Point by point...

    My turbocharger starts to whistle at about 1800 rpm... I don't need motorcycle-class revs to get a pleasing sound. :)

    The car I learned to drive in was my dad's 1980 Buick Century, 3.8L V6, 110 hp/170 lb-ft moving 3200 pounds of body-on-frame rear-wheel drive car. Yeah, I was a Starsky & Hutch fan from the 70s, but I knew I wasn't driving that red Gran Torino. It wasn't until 1990 that I got my first car (didn't really need my own until then), and what did I get? A retired NJ State Police 1985 Ford LTD unmarked interceptor... not the Crown Vic, but the smaller rebadged Fairmont. Complete with the police version of the just-revived-at-the-time HO 302. It only weighed 2700 pounds and did 0-60 in 7 flat. I only had it 4 months due to chronic cooling issues, but it was lots of fun dropping Trans Ams, IROC-Zs, and even a Corvette with something that looked like grandma's hand-me-down car. But that was enough to get my speeding out of my system.

    I agree that 600 lb-ft is above what most consumers would need from a truck. The problem however is, trucks are MUCH heavier than they used to be. My 2005 Ram weighs 1000 pounds more than my 1996 did, and they're the same configuration (extended cab, 4x4, dually, Cummins diesel). And the 96 weighed a good 1000 pounds more than what duallies weighed 15 years prior. All that weight is from all the creature comforts and safety equipment requested/required. Twenty years ago, an AM radio was an option - now a CD player is standard. Same for climate control, seating, insulation, and other features. Add in airbags, side impact beams, boxed frames, and bigger wheels/tires/brakes, and those torque ratings are a necessity if you actually put stuff in the bed or on the hitch.

    kcram - Pickups Host
  • KCRamKCRam Mt. Arlington NJPosts: 3,516
    The turbos used with heavy duty pickup engines are generally the same units from medium duty rigs. You're instructed to let that thing cool down before shutdown, same as tractor-trailers. They are also overcooled to help that out... Dodge used the same radiator with the 5.9L Cummins I-6 as they did with the 8.0L gas V10. My 96 never broke 185 degrees - and after 9 years, there were no problems with the engine or turbo.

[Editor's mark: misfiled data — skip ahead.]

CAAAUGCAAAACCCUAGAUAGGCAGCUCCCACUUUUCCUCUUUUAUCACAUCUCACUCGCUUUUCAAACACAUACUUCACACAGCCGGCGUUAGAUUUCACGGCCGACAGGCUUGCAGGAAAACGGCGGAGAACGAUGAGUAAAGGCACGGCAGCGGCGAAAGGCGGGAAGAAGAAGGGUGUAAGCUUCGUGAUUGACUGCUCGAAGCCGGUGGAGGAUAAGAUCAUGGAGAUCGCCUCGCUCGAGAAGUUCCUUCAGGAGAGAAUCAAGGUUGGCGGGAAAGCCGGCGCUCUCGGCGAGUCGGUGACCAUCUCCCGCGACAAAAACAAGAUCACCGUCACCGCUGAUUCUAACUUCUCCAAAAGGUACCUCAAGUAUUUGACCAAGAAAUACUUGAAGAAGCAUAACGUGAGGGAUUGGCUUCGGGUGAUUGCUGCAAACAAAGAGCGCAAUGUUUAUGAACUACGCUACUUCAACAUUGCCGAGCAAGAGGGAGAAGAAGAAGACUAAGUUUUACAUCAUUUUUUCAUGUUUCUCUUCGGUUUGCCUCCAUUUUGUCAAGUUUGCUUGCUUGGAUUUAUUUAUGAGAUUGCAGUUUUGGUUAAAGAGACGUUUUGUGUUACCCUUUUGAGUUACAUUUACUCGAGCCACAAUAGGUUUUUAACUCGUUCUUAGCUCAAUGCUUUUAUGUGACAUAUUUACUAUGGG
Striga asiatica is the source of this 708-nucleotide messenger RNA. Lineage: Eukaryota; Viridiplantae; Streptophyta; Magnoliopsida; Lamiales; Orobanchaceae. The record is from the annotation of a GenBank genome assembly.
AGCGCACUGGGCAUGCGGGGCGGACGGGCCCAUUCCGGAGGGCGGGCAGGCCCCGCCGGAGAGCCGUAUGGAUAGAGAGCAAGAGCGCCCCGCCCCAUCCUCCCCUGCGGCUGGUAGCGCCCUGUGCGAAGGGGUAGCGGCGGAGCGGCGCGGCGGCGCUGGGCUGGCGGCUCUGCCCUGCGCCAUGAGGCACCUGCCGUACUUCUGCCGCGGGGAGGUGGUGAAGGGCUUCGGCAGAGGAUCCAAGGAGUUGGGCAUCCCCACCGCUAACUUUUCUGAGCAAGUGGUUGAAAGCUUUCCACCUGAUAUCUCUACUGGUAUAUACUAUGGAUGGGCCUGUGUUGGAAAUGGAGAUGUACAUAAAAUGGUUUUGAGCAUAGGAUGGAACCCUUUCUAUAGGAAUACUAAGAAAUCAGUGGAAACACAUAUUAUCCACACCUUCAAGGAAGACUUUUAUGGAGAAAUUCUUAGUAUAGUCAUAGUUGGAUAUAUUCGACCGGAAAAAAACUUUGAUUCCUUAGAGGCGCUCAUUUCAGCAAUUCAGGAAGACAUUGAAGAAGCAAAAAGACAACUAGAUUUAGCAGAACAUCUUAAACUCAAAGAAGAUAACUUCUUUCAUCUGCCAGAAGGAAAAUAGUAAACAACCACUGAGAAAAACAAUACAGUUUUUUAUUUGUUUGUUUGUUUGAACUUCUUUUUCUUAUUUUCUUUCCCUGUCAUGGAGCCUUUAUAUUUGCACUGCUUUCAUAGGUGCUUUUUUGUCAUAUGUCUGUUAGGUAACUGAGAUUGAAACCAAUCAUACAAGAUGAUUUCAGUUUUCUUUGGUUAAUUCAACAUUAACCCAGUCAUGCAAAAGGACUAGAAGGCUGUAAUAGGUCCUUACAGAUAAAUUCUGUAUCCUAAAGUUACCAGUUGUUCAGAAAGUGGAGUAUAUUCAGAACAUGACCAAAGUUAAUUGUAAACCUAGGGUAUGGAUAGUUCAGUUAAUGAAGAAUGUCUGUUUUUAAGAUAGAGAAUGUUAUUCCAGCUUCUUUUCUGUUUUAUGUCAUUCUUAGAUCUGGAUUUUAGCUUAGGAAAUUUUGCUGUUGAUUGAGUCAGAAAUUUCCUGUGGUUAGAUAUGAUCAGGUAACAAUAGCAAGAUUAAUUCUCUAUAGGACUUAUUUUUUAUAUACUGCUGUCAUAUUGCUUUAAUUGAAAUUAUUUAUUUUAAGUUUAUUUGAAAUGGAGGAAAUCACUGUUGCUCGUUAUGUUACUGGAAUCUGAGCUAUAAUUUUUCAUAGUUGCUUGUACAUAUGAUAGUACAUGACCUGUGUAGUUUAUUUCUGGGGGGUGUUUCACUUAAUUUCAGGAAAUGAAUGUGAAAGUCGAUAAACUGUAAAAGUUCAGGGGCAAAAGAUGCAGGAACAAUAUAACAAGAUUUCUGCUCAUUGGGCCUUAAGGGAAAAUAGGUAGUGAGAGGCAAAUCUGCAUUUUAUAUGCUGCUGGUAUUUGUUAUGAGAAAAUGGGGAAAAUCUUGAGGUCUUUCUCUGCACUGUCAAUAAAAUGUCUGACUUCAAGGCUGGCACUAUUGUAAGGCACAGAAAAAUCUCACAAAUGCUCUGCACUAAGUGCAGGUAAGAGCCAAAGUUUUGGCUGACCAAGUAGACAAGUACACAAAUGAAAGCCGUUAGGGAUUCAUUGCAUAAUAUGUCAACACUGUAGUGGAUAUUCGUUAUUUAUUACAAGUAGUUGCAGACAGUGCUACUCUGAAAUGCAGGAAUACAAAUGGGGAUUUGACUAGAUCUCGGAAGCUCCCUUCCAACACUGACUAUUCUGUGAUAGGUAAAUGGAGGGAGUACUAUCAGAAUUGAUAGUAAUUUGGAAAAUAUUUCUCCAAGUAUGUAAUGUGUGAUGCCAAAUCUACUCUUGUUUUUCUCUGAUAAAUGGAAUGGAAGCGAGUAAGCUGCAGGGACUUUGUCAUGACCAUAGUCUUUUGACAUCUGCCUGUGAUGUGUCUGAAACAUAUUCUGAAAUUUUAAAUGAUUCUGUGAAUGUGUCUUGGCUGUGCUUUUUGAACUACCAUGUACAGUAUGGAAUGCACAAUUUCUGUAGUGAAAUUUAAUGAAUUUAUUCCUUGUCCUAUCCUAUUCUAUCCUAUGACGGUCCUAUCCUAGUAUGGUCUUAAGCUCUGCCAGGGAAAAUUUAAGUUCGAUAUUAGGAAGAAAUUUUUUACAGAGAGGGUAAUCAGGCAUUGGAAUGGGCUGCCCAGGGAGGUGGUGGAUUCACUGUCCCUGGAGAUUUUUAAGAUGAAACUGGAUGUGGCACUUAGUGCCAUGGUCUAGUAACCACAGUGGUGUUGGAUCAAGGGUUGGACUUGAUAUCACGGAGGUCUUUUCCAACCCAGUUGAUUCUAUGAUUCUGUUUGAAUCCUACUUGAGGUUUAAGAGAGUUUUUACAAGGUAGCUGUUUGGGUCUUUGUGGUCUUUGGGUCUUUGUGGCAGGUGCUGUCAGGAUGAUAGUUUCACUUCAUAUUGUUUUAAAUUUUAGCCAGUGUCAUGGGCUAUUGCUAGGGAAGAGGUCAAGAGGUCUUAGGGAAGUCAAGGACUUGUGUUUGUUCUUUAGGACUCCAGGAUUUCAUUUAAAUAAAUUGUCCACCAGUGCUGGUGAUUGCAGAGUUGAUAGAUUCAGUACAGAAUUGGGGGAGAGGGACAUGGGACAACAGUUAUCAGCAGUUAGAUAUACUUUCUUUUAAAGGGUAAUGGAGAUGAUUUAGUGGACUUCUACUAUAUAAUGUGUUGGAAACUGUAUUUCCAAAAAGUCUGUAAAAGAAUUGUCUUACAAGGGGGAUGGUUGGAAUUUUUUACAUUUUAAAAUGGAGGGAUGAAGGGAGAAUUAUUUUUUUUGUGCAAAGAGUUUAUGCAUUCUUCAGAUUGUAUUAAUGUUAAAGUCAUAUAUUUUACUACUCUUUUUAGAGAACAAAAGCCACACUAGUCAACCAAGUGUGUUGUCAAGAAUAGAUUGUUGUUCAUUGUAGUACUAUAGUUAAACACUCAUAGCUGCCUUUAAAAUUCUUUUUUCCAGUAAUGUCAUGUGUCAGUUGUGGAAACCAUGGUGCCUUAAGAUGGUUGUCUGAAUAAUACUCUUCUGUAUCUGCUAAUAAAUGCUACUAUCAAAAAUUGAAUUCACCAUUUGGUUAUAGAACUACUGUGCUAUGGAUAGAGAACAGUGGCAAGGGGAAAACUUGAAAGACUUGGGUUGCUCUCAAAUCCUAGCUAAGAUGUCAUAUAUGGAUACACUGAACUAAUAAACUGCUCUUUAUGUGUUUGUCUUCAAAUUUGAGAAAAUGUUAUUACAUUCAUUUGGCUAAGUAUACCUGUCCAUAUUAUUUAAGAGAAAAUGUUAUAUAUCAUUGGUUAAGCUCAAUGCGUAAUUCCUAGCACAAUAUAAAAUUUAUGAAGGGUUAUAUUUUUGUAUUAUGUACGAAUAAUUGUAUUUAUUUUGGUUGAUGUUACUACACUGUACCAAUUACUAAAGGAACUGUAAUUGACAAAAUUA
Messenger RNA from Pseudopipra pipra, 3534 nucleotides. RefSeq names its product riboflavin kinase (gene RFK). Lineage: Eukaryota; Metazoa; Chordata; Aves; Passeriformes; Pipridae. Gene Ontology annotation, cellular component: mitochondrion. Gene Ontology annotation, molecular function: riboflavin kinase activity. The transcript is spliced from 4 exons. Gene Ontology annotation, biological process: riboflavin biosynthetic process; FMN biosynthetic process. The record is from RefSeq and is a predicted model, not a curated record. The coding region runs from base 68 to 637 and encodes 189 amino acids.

kcram - Pickups Host
  • Mr_ShiftrightMr_Shiftright Sonoma, CaliforniaPosts: 64,490
    I'd love to take a beater Corolla and a beater VW TDI, start 'em up and put a cinder block on the gas pedals, and run for cover and see which one blows up first. I'd put my money on the Corolla, yes I would. Unfair you say, since both engines go to maximum REVS, but you know, this often happens in the real world. We don't always get to drive below 4000 rpms. Sometimes we have to push our vehicles for one reason or another. Sometimes we forget periodic oil changes. Sometimes that 22 to 1 compression ratio in the diesel creates more stress than the engineers designed for it.
  • wesleygwesleyg Posts: 164
    Indeed many people agree with you on preferring high revving engines as opposed to the low revving engines of the past. I grew up on the big block american iron of the sixties, the ones exactly opposite to todays high output, very high revving engines such as the Japanese tuner cars if I'm expressing that correctly.